The power of small talk

Posted by Kritika Singh
January 27, 2018

NOTE: This post has been self-published by the author. Anyone can write on Youth Ki Awaaz.

In the present scenario, our social lives and interactions are all about Facebook , Instagram , Twitter and what not. With this technology coming in handy, the world has become smaller and getting in touch with anyone with just a click is quite fascinating to all of us. Now, the point I want to come to by emphasizing this power of technology, is the power of small talk. The difference is that this power of small talk forbids us to actually build on relationships. This power actually does not empower us to have meaning connections in our lives.
How often do we find ourselves texting our friends “Hi, whatsup” or “How’s life”. Similarly, we too get such messages from a large number of contacts in our phone book. I will not deny that I myself sometimes forward such messages. Now, going forward, to this we usually reply “All good” or perhaps “Everything’s fine, you tell me”.
You and I, both know that each one of us, be it our friends, family member’s or colleagues is struggling with something or the other in there own unique ways. We all are fighting our own battles. But whenever we get a text asking how are we, we usually just reply to them saying everything is going good. Now, this is only natural. Nobody would want to talk about the challenges they’re actually facing over a text which we usually just send out of the blue.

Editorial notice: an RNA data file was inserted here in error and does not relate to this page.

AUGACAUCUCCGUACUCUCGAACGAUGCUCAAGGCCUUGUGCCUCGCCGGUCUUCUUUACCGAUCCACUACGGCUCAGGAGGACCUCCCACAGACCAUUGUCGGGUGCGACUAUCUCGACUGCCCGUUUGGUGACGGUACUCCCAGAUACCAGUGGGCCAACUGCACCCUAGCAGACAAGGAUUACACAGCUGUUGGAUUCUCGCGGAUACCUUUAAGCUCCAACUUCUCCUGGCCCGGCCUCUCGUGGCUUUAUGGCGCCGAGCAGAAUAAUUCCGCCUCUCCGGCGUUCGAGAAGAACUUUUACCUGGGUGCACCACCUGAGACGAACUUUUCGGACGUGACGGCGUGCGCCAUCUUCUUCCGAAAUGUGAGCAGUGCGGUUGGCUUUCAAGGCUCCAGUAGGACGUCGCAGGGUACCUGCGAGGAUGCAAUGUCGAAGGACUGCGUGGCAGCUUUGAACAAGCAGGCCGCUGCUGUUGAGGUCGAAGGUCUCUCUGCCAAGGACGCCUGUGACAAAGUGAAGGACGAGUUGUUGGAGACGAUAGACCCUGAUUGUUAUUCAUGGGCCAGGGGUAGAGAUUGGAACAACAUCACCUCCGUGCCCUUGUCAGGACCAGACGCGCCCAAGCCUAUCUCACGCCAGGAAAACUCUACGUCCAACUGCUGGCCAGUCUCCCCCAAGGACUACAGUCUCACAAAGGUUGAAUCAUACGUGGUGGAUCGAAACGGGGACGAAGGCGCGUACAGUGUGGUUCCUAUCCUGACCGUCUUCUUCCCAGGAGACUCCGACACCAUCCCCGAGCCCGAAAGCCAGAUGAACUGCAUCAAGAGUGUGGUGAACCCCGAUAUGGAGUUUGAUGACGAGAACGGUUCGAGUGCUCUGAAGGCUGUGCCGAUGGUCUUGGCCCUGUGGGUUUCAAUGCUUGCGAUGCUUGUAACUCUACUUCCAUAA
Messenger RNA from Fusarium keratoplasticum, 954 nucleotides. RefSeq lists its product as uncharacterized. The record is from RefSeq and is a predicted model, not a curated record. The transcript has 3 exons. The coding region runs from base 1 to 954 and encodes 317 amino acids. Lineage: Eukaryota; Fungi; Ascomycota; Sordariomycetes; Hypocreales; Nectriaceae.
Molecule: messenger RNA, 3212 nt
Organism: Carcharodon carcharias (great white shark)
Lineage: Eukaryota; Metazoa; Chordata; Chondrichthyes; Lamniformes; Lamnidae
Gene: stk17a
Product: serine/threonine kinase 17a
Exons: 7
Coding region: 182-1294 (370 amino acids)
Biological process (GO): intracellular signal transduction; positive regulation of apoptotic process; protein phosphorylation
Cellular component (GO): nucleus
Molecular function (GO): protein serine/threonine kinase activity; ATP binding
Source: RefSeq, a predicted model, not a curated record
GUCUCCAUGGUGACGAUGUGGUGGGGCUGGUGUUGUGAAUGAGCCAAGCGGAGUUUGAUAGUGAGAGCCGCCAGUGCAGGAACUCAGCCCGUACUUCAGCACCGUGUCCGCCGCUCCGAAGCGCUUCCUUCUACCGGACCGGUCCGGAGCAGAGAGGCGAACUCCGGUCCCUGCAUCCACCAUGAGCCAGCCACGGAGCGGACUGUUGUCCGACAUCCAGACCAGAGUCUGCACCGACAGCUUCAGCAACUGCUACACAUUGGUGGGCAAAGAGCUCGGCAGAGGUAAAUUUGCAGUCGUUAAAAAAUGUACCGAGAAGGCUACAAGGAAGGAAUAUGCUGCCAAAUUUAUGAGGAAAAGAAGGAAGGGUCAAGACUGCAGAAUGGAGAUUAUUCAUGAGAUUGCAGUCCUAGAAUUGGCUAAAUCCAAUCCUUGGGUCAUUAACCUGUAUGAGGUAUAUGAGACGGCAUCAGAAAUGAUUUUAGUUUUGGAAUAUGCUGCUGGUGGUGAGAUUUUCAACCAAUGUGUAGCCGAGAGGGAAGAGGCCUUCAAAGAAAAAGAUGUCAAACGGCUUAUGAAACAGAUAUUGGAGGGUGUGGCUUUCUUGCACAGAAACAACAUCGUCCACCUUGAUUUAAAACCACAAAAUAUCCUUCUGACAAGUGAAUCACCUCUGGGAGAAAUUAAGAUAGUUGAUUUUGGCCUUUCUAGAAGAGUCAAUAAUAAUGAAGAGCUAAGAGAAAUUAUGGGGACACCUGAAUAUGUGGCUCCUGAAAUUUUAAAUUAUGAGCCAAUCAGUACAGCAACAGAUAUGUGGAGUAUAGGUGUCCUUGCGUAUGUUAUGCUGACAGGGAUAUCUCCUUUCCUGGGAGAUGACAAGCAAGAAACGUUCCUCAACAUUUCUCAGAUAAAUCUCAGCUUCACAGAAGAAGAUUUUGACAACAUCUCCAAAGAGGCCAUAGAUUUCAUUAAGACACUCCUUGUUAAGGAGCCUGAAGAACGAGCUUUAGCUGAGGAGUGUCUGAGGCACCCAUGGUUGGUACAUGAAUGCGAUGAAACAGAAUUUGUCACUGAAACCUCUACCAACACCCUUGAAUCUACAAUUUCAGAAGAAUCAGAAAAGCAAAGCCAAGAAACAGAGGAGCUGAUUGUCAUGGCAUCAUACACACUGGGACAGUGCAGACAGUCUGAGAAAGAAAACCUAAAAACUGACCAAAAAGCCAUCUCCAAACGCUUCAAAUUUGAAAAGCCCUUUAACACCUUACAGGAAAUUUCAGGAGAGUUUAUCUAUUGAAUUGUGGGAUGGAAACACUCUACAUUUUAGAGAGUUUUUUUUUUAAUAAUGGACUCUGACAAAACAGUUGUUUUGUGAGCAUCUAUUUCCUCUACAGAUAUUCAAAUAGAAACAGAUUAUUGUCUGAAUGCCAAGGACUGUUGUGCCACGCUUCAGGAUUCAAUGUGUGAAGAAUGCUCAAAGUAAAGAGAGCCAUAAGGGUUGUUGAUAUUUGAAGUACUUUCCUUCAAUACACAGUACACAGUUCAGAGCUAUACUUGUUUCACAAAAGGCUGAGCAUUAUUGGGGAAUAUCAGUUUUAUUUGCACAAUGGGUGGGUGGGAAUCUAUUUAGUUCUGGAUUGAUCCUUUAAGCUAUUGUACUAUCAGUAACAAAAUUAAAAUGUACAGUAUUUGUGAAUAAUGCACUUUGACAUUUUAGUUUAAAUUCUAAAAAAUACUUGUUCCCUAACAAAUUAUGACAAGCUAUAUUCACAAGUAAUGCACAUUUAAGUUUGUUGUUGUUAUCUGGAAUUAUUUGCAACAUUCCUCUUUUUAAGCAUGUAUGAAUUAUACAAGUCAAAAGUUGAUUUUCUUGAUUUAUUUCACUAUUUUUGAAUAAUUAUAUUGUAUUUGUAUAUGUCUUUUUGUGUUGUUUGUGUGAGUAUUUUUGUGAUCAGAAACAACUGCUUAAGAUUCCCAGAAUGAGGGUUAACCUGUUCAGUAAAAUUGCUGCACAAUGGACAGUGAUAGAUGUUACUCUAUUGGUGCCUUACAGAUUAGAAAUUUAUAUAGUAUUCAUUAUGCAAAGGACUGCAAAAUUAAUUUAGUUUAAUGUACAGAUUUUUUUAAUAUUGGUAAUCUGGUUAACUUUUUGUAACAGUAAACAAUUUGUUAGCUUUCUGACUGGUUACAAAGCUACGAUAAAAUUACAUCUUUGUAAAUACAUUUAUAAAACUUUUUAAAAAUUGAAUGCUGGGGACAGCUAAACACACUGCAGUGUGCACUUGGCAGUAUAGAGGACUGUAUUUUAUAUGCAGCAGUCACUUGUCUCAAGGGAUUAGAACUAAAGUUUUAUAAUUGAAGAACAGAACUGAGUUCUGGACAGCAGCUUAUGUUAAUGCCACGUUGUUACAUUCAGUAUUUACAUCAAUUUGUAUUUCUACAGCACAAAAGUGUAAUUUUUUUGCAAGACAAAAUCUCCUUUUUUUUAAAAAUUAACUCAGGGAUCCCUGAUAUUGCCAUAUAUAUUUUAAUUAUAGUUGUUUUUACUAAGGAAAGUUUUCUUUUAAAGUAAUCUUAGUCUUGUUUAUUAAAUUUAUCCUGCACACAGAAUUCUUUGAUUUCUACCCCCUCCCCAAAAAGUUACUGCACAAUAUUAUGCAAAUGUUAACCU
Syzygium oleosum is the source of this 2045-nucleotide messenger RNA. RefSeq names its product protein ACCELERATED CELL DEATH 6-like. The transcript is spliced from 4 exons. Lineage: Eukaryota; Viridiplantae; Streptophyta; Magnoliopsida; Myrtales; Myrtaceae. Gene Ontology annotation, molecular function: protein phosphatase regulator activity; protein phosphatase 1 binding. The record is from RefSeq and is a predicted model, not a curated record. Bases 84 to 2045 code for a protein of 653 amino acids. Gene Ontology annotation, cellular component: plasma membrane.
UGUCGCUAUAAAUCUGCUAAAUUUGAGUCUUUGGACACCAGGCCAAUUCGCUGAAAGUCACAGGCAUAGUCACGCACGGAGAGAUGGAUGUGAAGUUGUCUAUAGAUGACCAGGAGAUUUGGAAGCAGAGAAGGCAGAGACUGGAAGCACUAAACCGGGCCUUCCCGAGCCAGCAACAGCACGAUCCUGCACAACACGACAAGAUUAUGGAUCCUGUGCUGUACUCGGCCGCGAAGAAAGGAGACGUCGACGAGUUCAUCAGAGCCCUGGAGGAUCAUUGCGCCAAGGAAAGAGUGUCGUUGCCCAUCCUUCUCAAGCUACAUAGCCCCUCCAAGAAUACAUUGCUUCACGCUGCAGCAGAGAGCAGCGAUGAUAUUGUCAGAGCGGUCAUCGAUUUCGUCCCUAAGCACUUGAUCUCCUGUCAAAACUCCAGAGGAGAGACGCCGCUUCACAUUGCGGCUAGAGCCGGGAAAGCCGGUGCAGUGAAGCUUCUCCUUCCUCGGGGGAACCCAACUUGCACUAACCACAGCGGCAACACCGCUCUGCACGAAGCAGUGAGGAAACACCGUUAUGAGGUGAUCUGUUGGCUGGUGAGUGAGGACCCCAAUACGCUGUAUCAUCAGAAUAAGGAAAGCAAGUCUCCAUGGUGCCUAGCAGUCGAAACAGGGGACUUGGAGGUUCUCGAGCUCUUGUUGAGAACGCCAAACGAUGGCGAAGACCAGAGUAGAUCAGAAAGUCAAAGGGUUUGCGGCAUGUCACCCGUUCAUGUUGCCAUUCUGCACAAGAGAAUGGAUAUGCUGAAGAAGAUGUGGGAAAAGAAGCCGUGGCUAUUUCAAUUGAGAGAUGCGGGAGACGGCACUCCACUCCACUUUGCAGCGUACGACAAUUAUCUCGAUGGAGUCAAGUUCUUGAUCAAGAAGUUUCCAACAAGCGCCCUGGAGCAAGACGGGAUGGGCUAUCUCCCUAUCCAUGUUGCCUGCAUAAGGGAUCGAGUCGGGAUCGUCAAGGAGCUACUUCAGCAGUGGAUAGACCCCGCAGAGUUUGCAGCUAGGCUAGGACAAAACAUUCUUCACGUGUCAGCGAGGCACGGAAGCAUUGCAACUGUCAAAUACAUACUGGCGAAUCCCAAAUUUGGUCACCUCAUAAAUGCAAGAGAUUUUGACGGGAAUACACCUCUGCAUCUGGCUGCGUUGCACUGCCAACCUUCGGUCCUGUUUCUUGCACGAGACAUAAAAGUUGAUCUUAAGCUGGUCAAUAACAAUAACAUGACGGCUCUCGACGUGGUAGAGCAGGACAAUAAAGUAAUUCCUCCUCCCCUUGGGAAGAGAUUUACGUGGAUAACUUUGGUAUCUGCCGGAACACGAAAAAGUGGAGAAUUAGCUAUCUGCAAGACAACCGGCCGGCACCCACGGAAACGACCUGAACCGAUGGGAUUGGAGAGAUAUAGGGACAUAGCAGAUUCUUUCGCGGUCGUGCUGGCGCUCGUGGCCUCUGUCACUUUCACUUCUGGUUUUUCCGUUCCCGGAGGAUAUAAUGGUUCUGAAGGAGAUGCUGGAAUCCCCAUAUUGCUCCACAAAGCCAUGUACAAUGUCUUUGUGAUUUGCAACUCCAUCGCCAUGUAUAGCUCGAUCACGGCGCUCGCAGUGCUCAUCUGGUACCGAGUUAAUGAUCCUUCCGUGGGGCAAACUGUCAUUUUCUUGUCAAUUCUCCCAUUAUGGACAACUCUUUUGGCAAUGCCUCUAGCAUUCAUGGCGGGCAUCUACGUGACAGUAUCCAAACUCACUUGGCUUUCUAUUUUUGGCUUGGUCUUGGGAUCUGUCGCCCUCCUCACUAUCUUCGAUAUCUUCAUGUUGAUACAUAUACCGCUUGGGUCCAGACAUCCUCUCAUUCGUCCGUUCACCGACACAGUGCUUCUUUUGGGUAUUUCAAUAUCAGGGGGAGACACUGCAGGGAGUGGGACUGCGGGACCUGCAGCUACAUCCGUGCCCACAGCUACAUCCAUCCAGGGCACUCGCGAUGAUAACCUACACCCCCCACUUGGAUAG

Healthy and constructive human interaction has completely lost its place amidst this superficial drivelling. Why is it that we do not make an effort to know how the other person actually is? Why is it that asking someone ‘How are you’ has just become a formality, the truth being we actually do not have the time to understand how the other person is actually doing/feeling? Why have we become so self-contained that we have become just mere rats running in a race of which there’s no end? Why have we stopped talking about things like our aspirations, feelings, fears, insecurities and dreams (the things that actually matter)?
Yes, small talk is powerful in the sense that it successfully deprives us from thriving strong relationships. We are so obsessed with growing our circle that we’d rather make small trivial talks with 50 people than have a consequential conversation with 5 of them.
May be if we change ourselves and actually be interested in knowing about the well being of the other person, we would help ourselves and the other in having a real conversation. A conversation that actually matters! We would then see the magic it creates by opening our mental horizons and help us evolve. In no way I’m saying that I totally follow this but I’m aware of the importance of a real conversation and going forward I will seek having one wherever I am !
I hope that you do too! Cheers to having inspiring conversations! 

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